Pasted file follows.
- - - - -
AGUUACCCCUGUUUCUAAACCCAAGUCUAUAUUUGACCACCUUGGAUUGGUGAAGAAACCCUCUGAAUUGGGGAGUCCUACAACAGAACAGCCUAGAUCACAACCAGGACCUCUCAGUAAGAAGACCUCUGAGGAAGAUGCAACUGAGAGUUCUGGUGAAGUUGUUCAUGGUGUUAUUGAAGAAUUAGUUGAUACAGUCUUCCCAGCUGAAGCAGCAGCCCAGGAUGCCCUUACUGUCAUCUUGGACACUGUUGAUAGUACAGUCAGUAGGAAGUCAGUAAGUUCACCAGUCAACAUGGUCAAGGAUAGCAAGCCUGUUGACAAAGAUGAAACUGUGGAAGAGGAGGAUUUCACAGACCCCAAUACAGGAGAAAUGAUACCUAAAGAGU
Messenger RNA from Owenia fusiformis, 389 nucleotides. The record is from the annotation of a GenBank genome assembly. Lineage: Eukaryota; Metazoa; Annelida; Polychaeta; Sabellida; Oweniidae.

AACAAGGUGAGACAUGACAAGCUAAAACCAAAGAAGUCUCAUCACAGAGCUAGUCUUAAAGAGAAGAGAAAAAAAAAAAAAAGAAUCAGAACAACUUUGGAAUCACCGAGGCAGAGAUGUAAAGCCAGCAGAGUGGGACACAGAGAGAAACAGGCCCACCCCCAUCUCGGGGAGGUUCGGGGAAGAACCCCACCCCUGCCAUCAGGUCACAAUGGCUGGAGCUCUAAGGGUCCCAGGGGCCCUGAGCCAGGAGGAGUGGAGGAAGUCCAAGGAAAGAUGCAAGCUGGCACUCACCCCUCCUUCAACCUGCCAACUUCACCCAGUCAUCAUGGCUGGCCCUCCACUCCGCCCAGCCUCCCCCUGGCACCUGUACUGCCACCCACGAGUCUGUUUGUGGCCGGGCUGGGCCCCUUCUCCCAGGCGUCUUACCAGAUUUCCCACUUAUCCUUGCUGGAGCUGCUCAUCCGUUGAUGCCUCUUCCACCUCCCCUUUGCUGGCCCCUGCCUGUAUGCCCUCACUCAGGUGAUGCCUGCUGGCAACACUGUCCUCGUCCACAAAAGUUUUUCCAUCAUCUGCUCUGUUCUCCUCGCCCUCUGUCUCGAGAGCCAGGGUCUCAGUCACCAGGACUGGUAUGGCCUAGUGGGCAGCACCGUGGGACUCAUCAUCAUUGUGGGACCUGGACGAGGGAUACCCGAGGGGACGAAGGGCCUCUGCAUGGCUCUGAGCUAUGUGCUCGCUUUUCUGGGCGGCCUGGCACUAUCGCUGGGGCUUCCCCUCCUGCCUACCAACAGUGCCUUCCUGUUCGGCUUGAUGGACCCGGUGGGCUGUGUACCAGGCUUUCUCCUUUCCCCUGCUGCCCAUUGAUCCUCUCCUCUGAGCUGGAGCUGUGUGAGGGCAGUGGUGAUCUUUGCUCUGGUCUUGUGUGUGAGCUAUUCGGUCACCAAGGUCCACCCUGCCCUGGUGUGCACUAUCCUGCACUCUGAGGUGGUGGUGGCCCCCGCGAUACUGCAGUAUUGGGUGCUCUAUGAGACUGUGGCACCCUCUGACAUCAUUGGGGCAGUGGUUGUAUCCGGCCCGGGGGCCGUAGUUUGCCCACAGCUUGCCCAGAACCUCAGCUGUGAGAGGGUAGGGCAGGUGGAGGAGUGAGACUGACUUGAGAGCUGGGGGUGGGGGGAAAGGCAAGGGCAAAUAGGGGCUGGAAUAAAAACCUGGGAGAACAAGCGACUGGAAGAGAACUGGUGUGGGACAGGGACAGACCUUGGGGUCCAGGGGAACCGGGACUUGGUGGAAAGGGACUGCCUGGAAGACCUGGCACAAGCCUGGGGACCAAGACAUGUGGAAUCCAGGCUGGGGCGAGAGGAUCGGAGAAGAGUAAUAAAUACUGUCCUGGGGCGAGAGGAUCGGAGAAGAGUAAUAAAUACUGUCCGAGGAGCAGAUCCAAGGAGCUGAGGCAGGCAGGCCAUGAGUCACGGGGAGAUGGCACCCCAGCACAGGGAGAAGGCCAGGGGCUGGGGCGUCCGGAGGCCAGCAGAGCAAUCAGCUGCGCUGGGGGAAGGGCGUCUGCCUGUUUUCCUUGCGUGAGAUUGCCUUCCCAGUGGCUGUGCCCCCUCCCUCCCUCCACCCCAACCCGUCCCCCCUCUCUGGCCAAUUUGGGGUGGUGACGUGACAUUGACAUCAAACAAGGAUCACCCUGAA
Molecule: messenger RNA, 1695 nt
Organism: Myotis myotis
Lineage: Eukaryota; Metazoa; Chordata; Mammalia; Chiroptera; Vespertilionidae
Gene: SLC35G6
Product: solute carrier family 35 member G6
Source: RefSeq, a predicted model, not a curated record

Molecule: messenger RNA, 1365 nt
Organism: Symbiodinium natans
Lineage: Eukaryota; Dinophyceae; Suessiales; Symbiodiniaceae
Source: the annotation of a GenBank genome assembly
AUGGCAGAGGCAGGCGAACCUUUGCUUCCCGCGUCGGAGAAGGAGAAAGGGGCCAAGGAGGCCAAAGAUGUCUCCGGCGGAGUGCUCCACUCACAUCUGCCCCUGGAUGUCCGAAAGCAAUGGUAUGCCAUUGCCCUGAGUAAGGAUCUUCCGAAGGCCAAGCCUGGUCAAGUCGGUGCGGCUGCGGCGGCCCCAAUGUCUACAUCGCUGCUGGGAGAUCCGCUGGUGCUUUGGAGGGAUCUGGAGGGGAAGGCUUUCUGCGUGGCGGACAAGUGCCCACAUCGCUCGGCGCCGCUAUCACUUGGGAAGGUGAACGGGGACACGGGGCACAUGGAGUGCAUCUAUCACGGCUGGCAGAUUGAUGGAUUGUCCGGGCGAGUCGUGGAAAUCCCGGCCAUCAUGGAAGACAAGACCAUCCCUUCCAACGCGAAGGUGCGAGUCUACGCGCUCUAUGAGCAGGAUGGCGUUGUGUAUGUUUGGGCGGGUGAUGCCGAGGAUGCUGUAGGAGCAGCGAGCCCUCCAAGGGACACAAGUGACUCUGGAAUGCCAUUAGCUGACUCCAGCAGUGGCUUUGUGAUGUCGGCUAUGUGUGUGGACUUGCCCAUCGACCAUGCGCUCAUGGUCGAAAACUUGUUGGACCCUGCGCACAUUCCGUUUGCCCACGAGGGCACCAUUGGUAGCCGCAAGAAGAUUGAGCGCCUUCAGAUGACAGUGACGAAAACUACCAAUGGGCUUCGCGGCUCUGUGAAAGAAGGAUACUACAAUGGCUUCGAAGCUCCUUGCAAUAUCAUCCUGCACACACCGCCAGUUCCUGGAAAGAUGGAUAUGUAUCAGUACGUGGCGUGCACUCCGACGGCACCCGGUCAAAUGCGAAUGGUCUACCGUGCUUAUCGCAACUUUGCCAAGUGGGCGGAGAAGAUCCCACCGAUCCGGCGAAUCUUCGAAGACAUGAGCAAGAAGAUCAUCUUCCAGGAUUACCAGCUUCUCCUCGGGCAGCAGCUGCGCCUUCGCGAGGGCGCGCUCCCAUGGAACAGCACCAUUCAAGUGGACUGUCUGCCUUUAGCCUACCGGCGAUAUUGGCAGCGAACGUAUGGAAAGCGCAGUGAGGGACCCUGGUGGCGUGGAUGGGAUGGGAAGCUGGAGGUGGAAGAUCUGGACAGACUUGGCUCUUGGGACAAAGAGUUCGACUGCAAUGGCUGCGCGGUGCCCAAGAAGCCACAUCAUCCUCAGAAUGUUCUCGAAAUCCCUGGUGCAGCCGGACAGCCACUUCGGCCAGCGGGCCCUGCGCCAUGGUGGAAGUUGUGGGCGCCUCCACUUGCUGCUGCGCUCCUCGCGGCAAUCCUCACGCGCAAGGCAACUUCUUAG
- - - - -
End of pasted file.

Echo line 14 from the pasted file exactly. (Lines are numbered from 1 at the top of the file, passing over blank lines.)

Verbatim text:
AUGGCAGAGGCAGGCGAACCUUUGCUUCCCGCGUCGGAGAAGGAGAAAGGGGCCAAGGAGGCCAAAGAUGUCUCCGGCGGAGUGCUCCACUCACAUCUGCCCCUGGAUGUCCGAAAGCAAUGGUAUGCCAUUGCCCUGAGUAAGGAUCUUCCGAAGGCCAAGCCUGGUCAAGUCGGUGCGGCUGCGGCGGCCCCAAUGUCUACAUCGCUGCUGGGAGAUCCGCUGGUGCUUUGGAGGGAUCUGGAGGGGAAGGCUUUCUGCGUGGCGGACAAGUGCCCACAUCGCUCGGCGCCGCUAUCACUUGGGAAGGUGAACGGGGACACGGGGCACAUGGAGUGCAUCUAUCACGGCUGGCAGAUUGAUGGAUUGUCCGGGCGAGUCGUGGAAAUCCCGGCCAUCAUGGAAGACAAGACCAUCCCUUCCAACGCGAAGGUGCGAGUCUACGCGCUCUAUGAGCAGGAUGGCGUUGUGUAUGUUUGGGCGGGUGAUGCCGAGGAUGCUGUAGGAGCAGCGAGCCCUCCAAGGGACACAAGUGACUCUGGAAUGCCAUUAGCUGACUCCAGCAGUGGCUUUGUGAUGUCGGCUAUGUGUGUGGACUUGCCCAUCGACCAUGCGCUCAUGGUCGAAAACUUGUUGGACCCUGCGCACAUUCCGUUUGCCCACGAGGGCACCAUUGGUAGCCGCAAGAAGAUUGAGCGCCUUCAGAUGACAGUGACGAAAACUACCAAUGGGCUUCGCGGCUCUGUGAAAGAAGGAUACUACAAUGGCUUCGAAGCUCCUUGCAAUAUCAUCCUGCACACACCGCCAGUUCCUGGAAAGAUGGAUAUGUAUCAGUACGUGGCGUGCACUCCGACGGCACCCGGUCAAAUGCGAAUGGUCUACCGUGCUUAUCGCAACUUUGCCAAGUGGGCGGAGAAGAUCCCACCGAUCCGGCGAAUCUUCGAAGACAUGAGCAAGAAGAUCAUCUUCCAGGAUUACCAGCUUCUCCUCGGGCAGCAGCUGCGCCUUCGCGAGGGCGCGCUCCCAUGGAACAGCACCAUUCAAGUGGACUGUCUGCCUUUAGCCUACCGGCGAUAUUGGCAGCGAACGUAUGGAAAGCGCAGUGAGGGACCCUGGUGGCGUGGAUGGGAUGGGAAGCUGGAGGUGGAAGAUCUGGACAGACUUGGCUCUUGGGACAAAGAGUUCGACUGCAAUGGCUGCGCGGUGCCCAAGAAGCCACAUCAUCCUCAGAAUGUUCUCGAAAUCCCUGGUGCAGCCGGACAGCCACUUCGGCCAGCGGGCCCUGCGCCAUGGUGGAAGUUGUGGGCGCCUCCACUUGCUGCUGCGCUCCUCGCGGCAAUCCUCACGCGCAAGGCAACUUCUUAG